Black Hills 6.5 Creemoor ammunition.

The 140- to 143-grain bullets are the most popular choices for hunting in the Creedmoor, usually leaving the muzzle at somewhere around 2700 fps; this formula works very well for deer and similar sized game at sane hunting ranges. Some folks insist the Creedmoor is some sort of death ray, fully capable of easily taking any and all game species. Yes, it’s been used on all sorts of stuff, including grizzly bears, but I surely don’t recommend it for that purpose. In fact, I like a bit more bullet weight for elk, moose and larger animals. There are lighter bullets available, down to 90 grains or so, for smaller species and for coyotes and such, though that load is still heavy for long sessions over a prairie dog town. In my opinion, where the Creedmoor shines brightest is as a deer cartridge, as it has enough bullet weight for deep penetration, and is mild enough on the shoulder for shots to be placed accurately.

Three 6.5 Creedmoor ammunition cartridges laying sideways facing left.

So we’ve got two short action cartridges, both very efficient, and both very manageable; but which one come away the winner? I like both of these cartridges; though I will admit each has their limitations. To my way of thinking, the decision to be made between the .243 Winchester and 6.5 Creedmoor is the shooter’s desired application. Quite often, a .243 Winchester is touted as a perfect youth cartridge for deer hunting, or for a new hunter of smaller frame, be they man or woman. In that light, I feel the 6.5 Creedmoor is a bit more forgiving, as the heavier bullet weight and larger frontal diameter is more effective on deer, where the .243 Winchester is probably better suited to a more experienced hunter, who is willing to wait for the perfect shot presentation. Put simply, I’d rather arm a youth—eager to take his or her first deer, replete with the shakes that come with the territory—with a 6.5 Creedmoor than a .243 Winchester, as the former is a bit more “forgiving,” though no shot that doesn’t hit vital tissue will kill.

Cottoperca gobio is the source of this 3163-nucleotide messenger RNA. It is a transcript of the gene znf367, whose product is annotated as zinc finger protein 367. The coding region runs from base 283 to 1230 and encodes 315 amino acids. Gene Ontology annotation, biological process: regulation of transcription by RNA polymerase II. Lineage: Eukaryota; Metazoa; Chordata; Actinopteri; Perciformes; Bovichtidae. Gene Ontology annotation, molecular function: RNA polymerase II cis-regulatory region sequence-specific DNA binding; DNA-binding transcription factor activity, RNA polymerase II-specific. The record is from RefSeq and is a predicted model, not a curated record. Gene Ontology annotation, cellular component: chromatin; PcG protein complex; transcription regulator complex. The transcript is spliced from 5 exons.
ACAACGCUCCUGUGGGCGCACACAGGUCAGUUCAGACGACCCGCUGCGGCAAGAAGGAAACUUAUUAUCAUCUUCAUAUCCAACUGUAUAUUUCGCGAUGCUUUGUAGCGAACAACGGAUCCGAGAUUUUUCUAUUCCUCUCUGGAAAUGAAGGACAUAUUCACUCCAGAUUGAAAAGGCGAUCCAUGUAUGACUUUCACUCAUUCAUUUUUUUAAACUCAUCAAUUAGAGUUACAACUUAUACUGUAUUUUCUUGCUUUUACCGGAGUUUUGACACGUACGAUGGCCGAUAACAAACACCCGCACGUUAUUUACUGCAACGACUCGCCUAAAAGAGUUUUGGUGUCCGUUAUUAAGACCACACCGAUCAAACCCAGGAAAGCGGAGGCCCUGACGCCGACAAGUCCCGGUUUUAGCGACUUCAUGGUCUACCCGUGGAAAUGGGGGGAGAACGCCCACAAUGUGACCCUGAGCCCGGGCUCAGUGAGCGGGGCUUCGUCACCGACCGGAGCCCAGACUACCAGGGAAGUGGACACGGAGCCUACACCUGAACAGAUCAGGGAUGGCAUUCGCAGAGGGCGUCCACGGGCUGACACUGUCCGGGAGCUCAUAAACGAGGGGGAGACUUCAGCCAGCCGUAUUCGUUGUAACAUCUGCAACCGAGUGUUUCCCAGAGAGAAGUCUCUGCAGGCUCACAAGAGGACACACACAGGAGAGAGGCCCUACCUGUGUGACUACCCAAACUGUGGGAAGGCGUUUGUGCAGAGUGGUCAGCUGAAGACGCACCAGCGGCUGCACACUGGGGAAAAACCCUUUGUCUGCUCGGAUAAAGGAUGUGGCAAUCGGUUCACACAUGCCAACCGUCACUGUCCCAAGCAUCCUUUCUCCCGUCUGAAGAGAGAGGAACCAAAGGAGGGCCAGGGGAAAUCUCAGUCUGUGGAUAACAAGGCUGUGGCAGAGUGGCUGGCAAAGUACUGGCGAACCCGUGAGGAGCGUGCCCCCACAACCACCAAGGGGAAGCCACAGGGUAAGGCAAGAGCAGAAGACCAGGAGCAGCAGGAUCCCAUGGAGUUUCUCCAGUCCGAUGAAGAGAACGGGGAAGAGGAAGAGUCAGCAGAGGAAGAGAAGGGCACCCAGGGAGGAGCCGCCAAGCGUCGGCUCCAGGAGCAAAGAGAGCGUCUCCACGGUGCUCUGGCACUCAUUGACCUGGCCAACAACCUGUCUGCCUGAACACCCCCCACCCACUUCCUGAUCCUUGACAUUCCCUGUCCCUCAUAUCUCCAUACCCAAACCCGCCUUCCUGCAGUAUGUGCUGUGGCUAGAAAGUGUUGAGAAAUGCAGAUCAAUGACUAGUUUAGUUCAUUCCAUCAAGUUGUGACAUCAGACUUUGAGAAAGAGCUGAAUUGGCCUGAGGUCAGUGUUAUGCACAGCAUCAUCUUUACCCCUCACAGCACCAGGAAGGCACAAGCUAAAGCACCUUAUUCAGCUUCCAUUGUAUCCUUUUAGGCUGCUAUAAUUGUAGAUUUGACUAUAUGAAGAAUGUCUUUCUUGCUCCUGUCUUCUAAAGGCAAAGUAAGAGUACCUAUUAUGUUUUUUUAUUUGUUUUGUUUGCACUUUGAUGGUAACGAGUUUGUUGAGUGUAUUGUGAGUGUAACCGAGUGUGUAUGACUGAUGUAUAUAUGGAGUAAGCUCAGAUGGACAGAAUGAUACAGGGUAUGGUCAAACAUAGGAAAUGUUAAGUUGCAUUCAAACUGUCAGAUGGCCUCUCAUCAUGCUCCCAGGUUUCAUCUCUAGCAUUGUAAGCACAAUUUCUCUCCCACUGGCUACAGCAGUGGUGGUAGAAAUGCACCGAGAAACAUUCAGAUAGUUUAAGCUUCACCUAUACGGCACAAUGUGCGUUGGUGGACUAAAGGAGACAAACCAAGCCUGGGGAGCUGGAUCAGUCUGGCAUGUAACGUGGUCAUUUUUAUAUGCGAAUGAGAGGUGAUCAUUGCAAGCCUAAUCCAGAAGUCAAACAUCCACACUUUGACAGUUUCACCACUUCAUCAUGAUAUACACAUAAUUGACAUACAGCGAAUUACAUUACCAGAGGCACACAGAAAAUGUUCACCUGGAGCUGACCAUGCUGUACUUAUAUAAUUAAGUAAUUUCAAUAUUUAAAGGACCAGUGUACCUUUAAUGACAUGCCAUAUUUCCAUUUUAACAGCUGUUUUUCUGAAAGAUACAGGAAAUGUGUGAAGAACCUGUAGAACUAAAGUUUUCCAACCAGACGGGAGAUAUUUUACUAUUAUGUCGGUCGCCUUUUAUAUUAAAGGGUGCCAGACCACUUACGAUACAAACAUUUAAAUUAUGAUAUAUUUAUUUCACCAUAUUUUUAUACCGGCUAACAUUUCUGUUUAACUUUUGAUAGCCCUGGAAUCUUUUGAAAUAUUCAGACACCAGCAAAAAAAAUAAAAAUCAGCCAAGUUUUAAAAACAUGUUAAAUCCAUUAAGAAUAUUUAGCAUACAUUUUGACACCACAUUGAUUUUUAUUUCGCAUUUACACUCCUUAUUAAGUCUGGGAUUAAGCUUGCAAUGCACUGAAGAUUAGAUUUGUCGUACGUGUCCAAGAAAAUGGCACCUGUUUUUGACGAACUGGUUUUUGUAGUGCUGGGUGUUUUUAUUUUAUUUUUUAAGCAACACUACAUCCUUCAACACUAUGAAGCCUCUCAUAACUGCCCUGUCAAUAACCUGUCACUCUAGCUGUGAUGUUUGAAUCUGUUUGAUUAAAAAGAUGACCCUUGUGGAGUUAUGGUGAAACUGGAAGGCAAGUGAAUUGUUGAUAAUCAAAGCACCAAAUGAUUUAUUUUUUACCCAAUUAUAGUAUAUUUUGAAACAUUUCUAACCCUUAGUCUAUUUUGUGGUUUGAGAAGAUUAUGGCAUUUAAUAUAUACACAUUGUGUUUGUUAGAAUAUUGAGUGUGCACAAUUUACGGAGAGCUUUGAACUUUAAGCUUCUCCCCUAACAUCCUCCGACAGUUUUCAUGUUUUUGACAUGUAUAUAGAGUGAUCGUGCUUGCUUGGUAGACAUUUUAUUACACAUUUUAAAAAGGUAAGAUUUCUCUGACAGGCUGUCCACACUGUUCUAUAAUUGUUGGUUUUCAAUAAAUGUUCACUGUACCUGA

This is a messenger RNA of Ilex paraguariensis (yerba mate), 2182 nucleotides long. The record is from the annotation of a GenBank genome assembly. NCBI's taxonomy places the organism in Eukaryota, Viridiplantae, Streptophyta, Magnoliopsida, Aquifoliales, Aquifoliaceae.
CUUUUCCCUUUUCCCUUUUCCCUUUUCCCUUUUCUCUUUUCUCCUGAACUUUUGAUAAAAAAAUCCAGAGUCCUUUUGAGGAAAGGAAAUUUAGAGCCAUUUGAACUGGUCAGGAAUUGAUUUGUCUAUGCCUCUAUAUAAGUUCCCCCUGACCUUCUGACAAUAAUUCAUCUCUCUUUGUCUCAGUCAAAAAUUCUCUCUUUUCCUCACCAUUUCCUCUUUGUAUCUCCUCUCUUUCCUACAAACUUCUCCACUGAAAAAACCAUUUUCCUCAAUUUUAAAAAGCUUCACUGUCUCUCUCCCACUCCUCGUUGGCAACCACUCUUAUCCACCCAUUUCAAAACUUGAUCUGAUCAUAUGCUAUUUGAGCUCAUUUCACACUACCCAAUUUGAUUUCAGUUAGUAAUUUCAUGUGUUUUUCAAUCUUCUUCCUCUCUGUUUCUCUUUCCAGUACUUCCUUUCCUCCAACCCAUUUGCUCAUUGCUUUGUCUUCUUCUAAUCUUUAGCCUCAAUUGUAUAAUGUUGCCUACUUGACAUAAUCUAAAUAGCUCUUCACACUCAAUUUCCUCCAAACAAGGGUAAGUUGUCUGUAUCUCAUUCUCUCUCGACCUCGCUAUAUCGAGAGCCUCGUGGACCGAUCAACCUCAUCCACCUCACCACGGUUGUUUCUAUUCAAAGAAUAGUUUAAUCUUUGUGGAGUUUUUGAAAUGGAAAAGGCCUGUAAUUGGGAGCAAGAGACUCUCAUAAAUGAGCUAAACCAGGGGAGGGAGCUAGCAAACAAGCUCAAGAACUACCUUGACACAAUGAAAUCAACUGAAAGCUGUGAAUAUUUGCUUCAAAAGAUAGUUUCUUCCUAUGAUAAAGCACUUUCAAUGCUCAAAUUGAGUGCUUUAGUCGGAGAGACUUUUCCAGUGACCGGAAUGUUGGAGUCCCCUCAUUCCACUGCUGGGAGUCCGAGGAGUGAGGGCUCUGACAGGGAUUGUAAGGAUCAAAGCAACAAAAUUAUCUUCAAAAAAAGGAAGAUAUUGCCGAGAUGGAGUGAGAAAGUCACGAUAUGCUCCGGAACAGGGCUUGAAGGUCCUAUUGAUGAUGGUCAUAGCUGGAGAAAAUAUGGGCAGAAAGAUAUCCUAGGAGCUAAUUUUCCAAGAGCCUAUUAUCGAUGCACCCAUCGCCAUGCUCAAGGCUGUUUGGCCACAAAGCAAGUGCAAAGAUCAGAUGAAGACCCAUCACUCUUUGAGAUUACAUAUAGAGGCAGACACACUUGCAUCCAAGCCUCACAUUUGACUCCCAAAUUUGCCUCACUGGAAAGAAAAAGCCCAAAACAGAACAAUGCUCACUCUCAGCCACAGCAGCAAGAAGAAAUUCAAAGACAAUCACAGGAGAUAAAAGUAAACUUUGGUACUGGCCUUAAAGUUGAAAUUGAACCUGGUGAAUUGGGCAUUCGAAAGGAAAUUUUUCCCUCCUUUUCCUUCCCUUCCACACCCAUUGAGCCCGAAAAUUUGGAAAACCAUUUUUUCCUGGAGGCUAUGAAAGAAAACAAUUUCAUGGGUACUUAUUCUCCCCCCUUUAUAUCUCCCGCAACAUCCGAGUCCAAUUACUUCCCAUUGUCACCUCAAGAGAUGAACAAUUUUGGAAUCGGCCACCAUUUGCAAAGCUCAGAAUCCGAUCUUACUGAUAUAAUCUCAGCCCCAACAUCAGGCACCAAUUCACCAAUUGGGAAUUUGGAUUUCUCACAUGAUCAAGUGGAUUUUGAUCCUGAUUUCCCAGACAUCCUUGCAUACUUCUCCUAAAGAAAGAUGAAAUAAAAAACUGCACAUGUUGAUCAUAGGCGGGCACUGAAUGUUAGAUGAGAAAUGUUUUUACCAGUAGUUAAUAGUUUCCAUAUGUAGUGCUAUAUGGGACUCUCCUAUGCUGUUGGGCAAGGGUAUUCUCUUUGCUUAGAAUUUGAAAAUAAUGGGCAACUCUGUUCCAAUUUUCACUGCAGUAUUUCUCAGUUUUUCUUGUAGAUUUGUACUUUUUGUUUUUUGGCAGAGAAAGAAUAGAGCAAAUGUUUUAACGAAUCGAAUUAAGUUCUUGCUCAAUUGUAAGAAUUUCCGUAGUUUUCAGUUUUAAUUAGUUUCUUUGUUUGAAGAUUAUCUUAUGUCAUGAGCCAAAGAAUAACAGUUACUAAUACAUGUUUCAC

Nosler 6.5 Creedmoor ammunition cartridge head stamp.

I do feel the .243 Winchester is the more flexible of the two, as it is a perfectly viable deer cartridge, when in proper hands, yet has the bullet weight range to be a dedicated varmint/predator cartridge as well. The higher velocity of the .243 Winchester makes for a great woodchuck/prairie dog rig, and it shoots plenty flat enough; the 100-grain .243 Winchester load and the 143-grain 6.5 Creedmoor have identical trajectories out to 500 yards. So, I’ll score it this way: if deer is all you’re asking a cartridge to handle, then grab a Creedmoor, but if you appreciate flexibility and the ability to cover as many bases as possible, the .243 Winchester still makes complete sense, just as it did in 1955.

Looking for previous installments of our “Head to Head” series? Click here.